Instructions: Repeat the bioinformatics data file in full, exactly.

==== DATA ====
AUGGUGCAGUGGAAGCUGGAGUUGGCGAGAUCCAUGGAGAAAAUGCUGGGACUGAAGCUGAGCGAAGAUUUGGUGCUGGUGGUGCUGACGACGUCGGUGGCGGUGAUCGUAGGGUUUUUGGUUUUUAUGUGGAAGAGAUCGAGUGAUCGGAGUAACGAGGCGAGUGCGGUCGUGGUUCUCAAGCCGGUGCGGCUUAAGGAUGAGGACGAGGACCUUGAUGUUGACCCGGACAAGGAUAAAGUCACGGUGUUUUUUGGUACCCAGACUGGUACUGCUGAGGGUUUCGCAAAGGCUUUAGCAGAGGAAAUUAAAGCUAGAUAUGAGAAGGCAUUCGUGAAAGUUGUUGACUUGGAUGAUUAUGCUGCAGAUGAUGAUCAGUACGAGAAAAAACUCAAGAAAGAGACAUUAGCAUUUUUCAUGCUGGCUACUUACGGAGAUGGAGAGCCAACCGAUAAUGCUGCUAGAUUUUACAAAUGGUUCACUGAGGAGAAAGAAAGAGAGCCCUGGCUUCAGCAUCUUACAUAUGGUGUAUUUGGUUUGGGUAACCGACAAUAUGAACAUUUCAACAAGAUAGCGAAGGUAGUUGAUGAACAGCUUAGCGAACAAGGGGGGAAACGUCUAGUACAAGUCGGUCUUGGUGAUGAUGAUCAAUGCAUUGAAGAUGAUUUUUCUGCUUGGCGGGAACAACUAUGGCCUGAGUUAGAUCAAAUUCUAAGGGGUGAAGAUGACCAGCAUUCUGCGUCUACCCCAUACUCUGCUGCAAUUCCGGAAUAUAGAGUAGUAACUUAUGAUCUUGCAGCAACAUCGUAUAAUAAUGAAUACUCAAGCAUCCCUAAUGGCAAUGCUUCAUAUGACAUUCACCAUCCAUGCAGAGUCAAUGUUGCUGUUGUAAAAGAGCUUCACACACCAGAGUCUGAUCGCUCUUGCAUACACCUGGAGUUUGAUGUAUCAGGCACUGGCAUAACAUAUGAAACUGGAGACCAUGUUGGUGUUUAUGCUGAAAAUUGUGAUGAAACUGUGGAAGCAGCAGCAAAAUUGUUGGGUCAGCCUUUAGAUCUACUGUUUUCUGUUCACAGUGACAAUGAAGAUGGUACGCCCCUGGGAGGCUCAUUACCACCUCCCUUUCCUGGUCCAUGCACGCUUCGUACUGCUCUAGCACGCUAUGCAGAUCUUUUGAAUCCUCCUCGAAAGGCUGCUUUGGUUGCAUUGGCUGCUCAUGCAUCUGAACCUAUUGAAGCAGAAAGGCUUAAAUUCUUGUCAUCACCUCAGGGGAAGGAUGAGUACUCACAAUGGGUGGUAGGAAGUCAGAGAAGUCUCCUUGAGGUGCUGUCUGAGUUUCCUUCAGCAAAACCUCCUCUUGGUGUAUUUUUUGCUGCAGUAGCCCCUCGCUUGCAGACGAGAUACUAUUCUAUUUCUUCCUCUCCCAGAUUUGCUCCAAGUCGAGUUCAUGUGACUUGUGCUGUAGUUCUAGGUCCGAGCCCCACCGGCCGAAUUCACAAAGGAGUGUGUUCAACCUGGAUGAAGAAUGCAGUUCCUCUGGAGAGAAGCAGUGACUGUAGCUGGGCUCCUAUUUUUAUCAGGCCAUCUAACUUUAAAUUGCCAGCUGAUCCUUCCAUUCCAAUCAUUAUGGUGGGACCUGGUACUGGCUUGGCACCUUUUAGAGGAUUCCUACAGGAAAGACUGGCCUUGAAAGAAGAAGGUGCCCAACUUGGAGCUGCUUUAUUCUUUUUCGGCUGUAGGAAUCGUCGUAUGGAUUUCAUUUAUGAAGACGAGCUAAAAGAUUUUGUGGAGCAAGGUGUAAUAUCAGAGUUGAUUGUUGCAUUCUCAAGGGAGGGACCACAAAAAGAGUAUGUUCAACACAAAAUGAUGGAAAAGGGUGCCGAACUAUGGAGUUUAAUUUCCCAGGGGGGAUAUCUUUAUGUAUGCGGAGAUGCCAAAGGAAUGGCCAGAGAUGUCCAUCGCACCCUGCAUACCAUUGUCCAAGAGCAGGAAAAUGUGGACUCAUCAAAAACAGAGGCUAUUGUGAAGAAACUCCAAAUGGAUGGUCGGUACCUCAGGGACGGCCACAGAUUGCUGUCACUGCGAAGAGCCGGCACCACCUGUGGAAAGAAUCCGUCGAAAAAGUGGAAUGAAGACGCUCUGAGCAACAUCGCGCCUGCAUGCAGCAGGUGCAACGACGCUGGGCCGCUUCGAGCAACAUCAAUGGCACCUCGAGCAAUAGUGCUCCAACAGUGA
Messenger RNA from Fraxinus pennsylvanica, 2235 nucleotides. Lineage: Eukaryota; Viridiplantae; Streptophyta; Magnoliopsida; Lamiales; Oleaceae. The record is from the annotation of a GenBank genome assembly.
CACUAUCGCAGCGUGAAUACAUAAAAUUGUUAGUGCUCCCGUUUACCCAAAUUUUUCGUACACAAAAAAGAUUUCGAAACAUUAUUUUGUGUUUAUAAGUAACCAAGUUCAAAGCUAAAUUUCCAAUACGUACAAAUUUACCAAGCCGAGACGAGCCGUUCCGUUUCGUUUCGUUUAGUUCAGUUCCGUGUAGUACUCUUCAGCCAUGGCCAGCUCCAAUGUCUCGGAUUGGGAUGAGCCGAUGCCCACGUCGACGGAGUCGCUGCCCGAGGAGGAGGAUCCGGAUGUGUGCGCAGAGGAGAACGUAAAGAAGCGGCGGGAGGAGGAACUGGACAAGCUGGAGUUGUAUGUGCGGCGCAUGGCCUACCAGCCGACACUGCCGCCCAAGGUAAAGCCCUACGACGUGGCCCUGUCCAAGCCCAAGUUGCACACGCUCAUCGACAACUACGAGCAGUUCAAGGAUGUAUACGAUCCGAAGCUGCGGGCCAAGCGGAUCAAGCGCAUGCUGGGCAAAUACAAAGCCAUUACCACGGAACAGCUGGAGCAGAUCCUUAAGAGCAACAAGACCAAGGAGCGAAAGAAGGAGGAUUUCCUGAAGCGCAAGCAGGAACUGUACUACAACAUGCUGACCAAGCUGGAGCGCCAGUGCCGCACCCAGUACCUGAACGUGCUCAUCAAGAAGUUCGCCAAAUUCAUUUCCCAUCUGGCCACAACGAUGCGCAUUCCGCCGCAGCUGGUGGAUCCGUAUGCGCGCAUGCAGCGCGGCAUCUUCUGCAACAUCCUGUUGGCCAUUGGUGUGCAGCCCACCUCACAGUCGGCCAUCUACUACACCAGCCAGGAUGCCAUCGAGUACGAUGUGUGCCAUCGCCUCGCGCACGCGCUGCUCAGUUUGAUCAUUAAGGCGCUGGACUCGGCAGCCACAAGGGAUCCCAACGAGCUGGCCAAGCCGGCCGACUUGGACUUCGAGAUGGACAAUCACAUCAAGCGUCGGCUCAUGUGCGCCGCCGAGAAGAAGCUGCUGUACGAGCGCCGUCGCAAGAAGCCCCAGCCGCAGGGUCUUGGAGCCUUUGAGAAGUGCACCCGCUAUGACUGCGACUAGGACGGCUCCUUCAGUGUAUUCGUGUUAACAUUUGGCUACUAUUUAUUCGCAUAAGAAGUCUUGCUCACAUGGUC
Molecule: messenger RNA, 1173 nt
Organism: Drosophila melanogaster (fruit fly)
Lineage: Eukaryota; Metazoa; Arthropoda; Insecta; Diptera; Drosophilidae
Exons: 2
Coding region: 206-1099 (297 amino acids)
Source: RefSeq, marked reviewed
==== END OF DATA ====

AUGGUGCAGUGGAAGCUGGAGUUGGCGAGAUCCAUGGAGAAAAUGCUGGGACUGAAGCUGAGCGAAGAUUUGGUGCUGGUGGUGCUGACGACGUCGGUGGCGGUGAUCGUAGGGUUUUUGGUUUUUAUGUGGAAGAGAUCGAGUGAUCGGAGUAACGAGGCGAGUGCGGUCGUGGUUCUCAAGCCGGUGCGGCUUAAGGAUGAGGACGAGGACCUUGAUGUUGACCCGGACAAGGAUAAAGUCACGGUGUUUUUUGGUACCCAGACUGGUACUGCUGAGGGUUUCGCAAAGGCUUUAGCAGAGGAAAUUAAAGCUAGAUAUGAGAAGGCAUUCGUGAAAGUUGUUGACUUGGAUGAUUAUGCUGCAGAUGAUGAUCAGUACGAGAAAAAACUCAAGAAAGAGACAUUAGCAUUUUUCAUGCUGGCUACUUACGGAGAUGGAGAGCCAACCGAUAAUGCUGCUAGAUUUUACAAAUGGUUCACUGAGGAGAAAGAAAGAGAGCCCUGGCUUCAGCAUCUUACAUAUGGUGUAUUUGGUUUGGGUAACCGACAAUAUGAACAUUUCAACAAGAUAGCGAAGGUAGUUGAUGAACAGCUUAGCGAACAAGGGGGGAAACGUCUAGUACAAGUCGGUCUUGGUGAUGAUGAUCAAUGCAUUGAAGAUGAUUUUUCUGCUUGGCGGGAACAACUAUGGCCUGAGUUAGAUCAAAUUCUAAGGGGUGAAGAUGACCAGCAUUCUGCGUCUACCCCAUACUCUGCUGCAAUUCCGGAAUAUAGAGUAGUAACUUAUGAUCUUGCAGCAACAUCGUAUAAUAAUGAAUACUCAAGCAUCCCUAAUGGCAAUGCUUCAUAUGACAUUCACCAUCCAUGCAGAGUCAAUGUUGCUGUUGUAAAAGAGCUUCACACACCAGAGUCUGAUCGCUCUUGCAUACACCUGGAGUUUGAUGUAUCAGGCACUGGCAUAACAUAUGAAACUGGAGACCAUGUUGGUGUUUAUGCUGAAAAUUGUGAUGAAACUGUGGAAGCAGCAGCAAAAUUGUUGGGUCAGCCUUUAGAUCUACUGUUUUCUGUUCACAGUGACAAUGAAGAUGGUACGCCCCUGGGAGGCUCAUUACCACCUCCCUUUCCUGGUCCAUGCACGCUUCGUACUGCUCUAGCACGCUAUGCAGAUCUUUUGAAUCCUCCUCGAAAGGCUGCUUUGGUUGCAUUGGCUGCUCAUGCAUCUGAACCUAUUGAAGCAGAAAGGCUUAAAUUCUUGUCAUCACCUCAGGGGAAGGAUGAGUACUCACAAUGGGUGGUAGGAAGUCAGAGAAGUCUCCUUGAGGUGCUGUCUGAGUUUCCUUCAGCAAAACCUCCUCUUGGUGUAUUUUUUGCUGCAGUAGCCCCUCGCUUGCAGACGAGAUACUAUUCUAUUUCUUCCUCUCCCAGAUUUGCUCCAAGUCGAGUUCAUGUGACUUGUGCUGUAGUUCUAGGUCCGAGCCCCACCGGCCGAAUUCACAAAGGAGUGUGUUCAACCUGGAUGAAGAAUGCAGUUCCUCUGGAGAGAAGCAGUGACUGUAGCUGGGCUCCUAUUUUUAUCAGGCCAUCUAACUUUAAAUUGCCAGCUGAUCCUUCCAUUCCAAUCAUUAUGGUGGGACCUGGUACUGGCUUGGCACCUUUUAGAGGAUUCCUACAGGAAAGACUGGCCUUGAAAGAAGAAGGUGCCCAACUUGGAGCUGCUUUAUUCUUUUUCGGCUGUAGGAAUCGUCGUAUGGAUUUCAUUUAUGAAGACGAGCUAAAAGAUUUUGUGGAGCAAGGUGUAAUAUCAGAGUUGAUUGUUGCAUUCUCAAGGGAGGGACCACAAAAAGAGUAUGUUCAACACAAAAUGAUGGAAAAGGGUGCCGAACUAUGGAGUUUAAUUUCCCAGGGGGGAUAUCUUUAUGUAUGCGGAGAUGCCAAAGGAAUGGCCAGAGAUGUCCAUCGCACCCUGCAUACCAUUGUCCAAGAGCAGGAAAAUGUGGACUCAUCAAAAACAGAGGCUAUUGUGAAGAAACUCCAAAUGGAUGGUCGGUACCUCAGGGACGGCCACAGAUUGCUGUCACUGCGAAGAGCCGGCACCACCUGUGGAAAGAAUCCGUCGAAAAAGUGGAAUGAAGACGCUCUGAGCAACAUCGCGCCUGCAUGCAGCAGGUGCAACGACGCUGGGCCGCUUCGAGCAACAUCAAUGGCACCUCGAGCAAUAGUGCUCCAACAGUGA
Messenger RNA from Fraxinus pennsylvanica, 2235 nucleotides. Lineage: Eukaryota; Viridiplantae; Streptophyta; Magnoliopsida; Lamiales; Oleaceae. The record is from the annotation of a GenBank genome assembly.
CACUAUCGCAGCGUGAAUACAUAAAAUUGUUAGUGCUCCCGUUUACCCAAAUUUUUCGUACACAAAAAAGAUUUCGAAACAUUAUUUUGUGUUUAUAAGUAACCAAGUUCAAAGCUAAAUUUCCAAUACGUACAAAUUUACCAAGCCGAGACGAGCCGUUCCGUUUCGUUUCGUUUAGUUCAGUUCCGUGUAGUACUCUUCAGCCAUGGCCAGCUCCAAUGUCUCGGAUUGGGAUGAGCCGAUGCCCACGUCGACGGAGUCGCUGCCCGAGGAGGAGGAUCCGGAUGUGUGCGCAGAGGAGAACGUAAAGAAGCGGCGGGAGGAGGAACUGGACAAGCUGGAGUUGUAUGUGCGGCGCAUGGCCUACCAGCCGACACUGCCGCCCAAGGUAAAGCCCUACGACGUGGCCCUGUCCAAGCCCAAGUUGCACACGCUCAUCGACAACUACGAGCAGUUCAAGGAUGUAUACGAUCCGAAGCUGCGGGCCAAGCGGAUCAAGCGCAUGCUGGGCAAAUACAAAGCCAUUACCACGGAACAGCUGGAGCAGAUCCUUAAGAGCAACAAGACCAAGGAGCGAAAGAAGGAGGAUUUCCUGAAGCGCAAGCAGGAACUGUACUACAACAUGCUGACCAAGCUGGAGCGCCAGUGCCGCACCCAGUACCUGAACGUGCUCAUCAAGAAGUUCGCCAAAUUCAUUUCCCAUCUGGCCACAACGAUGCGCAUUCCGCCGCAGCUGGUGGAUCCGUAUGCGCGCAUGCAGCGCGGCAUCUUCUGCAACAUCCUGUUGGCCAUUGGUGUGCAGCCCACCUCACAGUCGGCCAUCUACUACACCAGCCAGGAUGCCAUCGAGUACGAUGUGUGCCAUCGCCUCGCGCACGCGCUGCUCAGUUUGAUCAUUAAGGCGCUGGACUCGGCAGCCACAAGGGAUCCCAACGAGCUGGCCAAGCCGGCCGACUUGGACUUCGAGAUGGACAAUCACAUCAAGCGUCGGCUCAUGUGCGCCGCCGAGAAGAAGCUGCUGUACGAGCGCCGUCGCAAGAAGCCCCAGCCGCAGGGUCUUGGAGCCUUUGAGAAGUGCACCCGCUAUGACUGCGACUAGGACGGCUCCUUCAGUGUAUUCGUGUUAACAUUUGGCUACUAUUUAUUCGCAUAAGAAGUCUUGCUCACAUGGUC
Molecule: messenger RNA, 1173 nt
Organism: Drosophila melanogaster (fruit fly)
Lineage: Eukaryota; Metazoa; Arthropoda; Insecta; Diptera; Drosophilidae
Exons: 2
Coding region: 206-1099 (297 amino acids)
Source: RefSeq, marked reviewed